Charles Mewès

Charles Frédéric Mewès

Portrait of Charles Frédéric Mewès, c. 1906

Portrait of Charles Frédéric Mewès, c. 1906
Born 1858 or 1860
Died 1914
Nationality French
Alma mater École des Beaux-Arts
Occupation Architect
Practice Mewes & Davis
Buildings Hôtel Ritz Paris
Carlton Hotel, London
Royal Automobile Club
Projects Ocean Liner Amerika
Ocean Liner Vaterland
Ocean liner RMS Aquitania

Charles-Frédéric Mewès (18601914) was a French architect and designer.


Born in Alsace, Charles Frédéric Mewès (1858 or 1860-1914) grew up a Parisian after his family fled the Prussian invasion of 1870. RIBA Journal described him as "essentially a big man, both mentally and physically. He was a magnetic personality with a compelling influence tempered by a humorous and tolerant outlook on life". [1] He trained under Jean-Louis Pascal at the École des Beaux-Arts and throughout his career, eschewed Art Nouveau and the Modern style for an elegant, meticulous recall of eighteenth-century France: the logical, spatial symmetry of Louis XVI recurs continuously.

Mewès's hotels, steamer interiors, clubs, and private residences suited the Edwardians' opulent taste. He designed Ritz Hotels in Paris (1898), London (1905-1906), and Madrid (1908-1910); the London Ritz was one of Britain's earliest steel-framed buildings. Subsequently, he undertook the design of Pall Mall's largest club, the Royal Automobile Club (1910) which featured a "Pompeiian" swimming bath adapted from the earlier l'Etablissement Hydrominéral (1899-1900) at Contréxeville. His first maritime interior, the Hamburg-Amerika Line's SS Amerika was completed in 1905; the company so admired it that Mewès became their resident designer. On three German ships he incorporated a Pompeiian pool, although not on his last vessel, Cunard's Aquitania (1914).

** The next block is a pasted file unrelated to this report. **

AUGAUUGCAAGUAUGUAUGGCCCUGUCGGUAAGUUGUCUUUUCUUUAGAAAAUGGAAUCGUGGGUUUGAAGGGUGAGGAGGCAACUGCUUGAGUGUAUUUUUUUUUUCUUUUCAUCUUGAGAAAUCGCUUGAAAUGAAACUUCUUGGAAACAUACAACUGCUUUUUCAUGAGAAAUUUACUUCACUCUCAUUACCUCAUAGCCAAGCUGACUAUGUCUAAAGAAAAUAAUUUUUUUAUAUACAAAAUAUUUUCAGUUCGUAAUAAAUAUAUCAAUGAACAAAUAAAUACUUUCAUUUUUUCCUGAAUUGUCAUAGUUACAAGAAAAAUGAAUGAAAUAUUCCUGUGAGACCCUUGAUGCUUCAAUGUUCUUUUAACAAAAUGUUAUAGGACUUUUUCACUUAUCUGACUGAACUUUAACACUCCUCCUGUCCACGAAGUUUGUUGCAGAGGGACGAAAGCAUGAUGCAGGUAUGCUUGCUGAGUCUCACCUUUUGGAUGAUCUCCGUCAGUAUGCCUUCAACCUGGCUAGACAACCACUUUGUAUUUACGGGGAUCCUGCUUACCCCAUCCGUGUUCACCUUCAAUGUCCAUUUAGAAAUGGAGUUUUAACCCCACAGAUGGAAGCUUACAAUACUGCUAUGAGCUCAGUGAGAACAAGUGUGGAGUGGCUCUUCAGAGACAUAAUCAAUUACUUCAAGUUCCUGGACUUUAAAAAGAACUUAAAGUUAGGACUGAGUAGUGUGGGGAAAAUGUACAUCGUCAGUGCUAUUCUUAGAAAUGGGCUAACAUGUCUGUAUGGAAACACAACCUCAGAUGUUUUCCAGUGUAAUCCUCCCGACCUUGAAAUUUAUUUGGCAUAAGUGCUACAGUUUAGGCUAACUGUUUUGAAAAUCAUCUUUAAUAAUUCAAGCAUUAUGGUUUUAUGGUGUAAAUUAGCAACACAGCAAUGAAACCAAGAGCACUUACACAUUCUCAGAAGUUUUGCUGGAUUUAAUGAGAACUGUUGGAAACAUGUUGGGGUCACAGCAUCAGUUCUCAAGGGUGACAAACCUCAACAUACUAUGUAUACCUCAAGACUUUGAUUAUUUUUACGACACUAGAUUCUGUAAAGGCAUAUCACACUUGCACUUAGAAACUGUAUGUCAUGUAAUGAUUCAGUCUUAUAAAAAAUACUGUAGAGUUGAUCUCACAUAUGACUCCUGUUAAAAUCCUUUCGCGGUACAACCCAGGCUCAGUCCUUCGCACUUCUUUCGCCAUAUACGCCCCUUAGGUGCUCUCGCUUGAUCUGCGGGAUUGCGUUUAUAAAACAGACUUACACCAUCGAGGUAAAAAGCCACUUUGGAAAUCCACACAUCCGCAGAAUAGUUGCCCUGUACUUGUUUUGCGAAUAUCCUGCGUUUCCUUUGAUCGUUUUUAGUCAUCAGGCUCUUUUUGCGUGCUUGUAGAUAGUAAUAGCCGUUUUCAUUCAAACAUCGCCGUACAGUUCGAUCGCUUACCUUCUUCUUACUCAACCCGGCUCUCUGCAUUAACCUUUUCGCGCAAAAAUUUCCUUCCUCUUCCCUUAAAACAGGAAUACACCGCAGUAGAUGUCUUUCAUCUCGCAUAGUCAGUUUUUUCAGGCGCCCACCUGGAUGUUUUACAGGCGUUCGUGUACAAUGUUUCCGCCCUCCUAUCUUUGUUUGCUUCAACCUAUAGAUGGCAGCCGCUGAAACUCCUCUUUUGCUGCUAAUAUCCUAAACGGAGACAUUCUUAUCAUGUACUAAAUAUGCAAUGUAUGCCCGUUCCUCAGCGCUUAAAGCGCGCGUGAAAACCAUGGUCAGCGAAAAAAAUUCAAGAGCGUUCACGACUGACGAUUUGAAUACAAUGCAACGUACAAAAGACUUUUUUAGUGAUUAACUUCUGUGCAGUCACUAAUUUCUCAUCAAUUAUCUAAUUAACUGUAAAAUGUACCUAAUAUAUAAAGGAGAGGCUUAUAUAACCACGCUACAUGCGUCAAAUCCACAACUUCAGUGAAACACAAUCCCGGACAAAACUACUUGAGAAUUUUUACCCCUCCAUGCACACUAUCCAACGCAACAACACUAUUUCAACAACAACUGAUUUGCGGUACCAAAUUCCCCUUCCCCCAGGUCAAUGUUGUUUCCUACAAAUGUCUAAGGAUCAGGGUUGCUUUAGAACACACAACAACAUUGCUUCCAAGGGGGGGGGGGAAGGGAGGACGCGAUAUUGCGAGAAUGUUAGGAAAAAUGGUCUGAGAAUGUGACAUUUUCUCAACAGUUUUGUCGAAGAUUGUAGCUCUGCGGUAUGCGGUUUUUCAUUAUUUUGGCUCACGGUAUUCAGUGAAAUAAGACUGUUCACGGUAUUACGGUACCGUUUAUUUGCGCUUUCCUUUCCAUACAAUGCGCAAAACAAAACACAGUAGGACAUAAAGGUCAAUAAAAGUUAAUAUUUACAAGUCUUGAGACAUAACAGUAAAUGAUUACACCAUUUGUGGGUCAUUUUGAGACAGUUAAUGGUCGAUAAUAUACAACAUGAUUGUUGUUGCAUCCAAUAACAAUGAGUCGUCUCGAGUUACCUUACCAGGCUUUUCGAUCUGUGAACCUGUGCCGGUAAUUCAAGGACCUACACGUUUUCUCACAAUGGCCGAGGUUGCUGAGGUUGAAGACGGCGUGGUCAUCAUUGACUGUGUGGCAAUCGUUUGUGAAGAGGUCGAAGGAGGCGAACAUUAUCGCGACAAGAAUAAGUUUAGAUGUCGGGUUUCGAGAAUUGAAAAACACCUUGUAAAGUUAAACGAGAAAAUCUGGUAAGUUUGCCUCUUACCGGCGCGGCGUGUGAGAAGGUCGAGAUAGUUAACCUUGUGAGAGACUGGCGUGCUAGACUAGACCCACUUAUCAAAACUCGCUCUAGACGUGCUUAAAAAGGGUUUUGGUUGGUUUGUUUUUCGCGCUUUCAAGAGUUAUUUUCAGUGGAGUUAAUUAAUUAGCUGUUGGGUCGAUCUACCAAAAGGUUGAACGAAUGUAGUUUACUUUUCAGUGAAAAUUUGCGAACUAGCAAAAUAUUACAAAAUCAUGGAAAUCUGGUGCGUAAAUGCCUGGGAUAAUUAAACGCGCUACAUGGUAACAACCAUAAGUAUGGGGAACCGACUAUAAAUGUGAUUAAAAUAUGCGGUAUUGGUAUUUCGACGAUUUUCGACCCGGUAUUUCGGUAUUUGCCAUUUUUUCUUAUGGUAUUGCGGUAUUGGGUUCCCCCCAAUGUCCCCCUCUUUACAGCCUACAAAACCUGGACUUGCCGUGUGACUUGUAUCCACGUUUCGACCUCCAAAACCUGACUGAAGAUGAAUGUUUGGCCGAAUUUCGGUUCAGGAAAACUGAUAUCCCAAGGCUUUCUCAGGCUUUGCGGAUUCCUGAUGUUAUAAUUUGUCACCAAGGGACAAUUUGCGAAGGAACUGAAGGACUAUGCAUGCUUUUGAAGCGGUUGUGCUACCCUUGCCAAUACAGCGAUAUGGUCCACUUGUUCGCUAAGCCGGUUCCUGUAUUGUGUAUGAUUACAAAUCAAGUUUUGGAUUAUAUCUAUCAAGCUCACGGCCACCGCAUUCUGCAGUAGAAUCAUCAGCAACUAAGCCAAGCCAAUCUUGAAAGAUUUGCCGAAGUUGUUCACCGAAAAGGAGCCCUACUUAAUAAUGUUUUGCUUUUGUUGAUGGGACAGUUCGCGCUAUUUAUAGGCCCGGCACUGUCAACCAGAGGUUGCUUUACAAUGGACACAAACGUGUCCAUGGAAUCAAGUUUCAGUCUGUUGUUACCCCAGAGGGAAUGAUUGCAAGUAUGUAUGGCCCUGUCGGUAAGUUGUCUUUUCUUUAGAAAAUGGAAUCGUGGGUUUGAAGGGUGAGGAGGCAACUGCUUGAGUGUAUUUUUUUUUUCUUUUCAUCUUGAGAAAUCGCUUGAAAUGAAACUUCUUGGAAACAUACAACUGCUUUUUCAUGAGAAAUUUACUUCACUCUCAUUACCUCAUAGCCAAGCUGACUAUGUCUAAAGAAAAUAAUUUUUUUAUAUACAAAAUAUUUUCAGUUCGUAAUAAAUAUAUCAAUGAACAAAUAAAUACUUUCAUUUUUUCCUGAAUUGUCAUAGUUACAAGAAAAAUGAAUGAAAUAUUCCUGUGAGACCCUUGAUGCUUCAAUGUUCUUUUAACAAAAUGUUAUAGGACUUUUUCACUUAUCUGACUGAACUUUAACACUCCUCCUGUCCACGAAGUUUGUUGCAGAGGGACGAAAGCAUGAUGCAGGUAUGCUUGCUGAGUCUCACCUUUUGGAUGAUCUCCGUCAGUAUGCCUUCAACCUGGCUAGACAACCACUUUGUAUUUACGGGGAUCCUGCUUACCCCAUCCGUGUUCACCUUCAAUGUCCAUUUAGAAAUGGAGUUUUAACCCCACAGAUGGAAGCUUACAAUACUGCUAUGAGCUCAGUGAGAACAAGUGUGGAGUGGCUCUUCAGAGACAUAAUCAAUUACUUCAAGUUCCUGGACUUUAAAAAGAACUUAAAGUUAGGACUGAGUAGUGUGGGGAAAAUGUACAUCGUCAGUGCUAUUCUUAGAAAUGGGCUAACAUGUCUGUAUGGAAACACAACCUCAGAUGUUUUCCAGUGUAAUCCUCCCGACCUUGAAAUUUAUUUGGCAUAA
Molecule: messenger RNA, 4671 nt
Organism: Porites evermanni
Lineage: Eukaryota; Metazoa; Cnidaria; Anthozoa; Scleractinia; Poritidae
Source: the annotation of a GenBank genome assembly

Although Mewès only spoke French, he opened firms in both London and Cologne, Germany, with Arthur Joseph Davis,who had been his classmate at the École des Beaux-Arts, and with the Swiss Alphonse Bischoff.[2]

A brilliant and cultured man, Charles Mewès owned a refined library, especially in the design field. In October 1947 the journal of the Royal Institute of British Architects described him as "The true type of the French intellectual of good stock". He designed many admired buildings, including the colossal Château Rochefort-en-Yvelines, the Jules Ferry residence and his own residence at 36 Boulevard des Invalides in Paris. He himself became a teacher and taught many students from all over the world.

Charles Mewès bought the small castle of Scharrachbergheim in Alsace, where he spent much time with his three children after the death of his wife in 1896. He died in 1914.

Selected works


Private Residences

Ships and other


  1. Binney 2006, p. 21.
  2. Placzek, Adolf K. (1982). Macmillan Encyclopedia of Architects. New York: Free Press. pp. 161–162. ISBN 0-02-925000-5.
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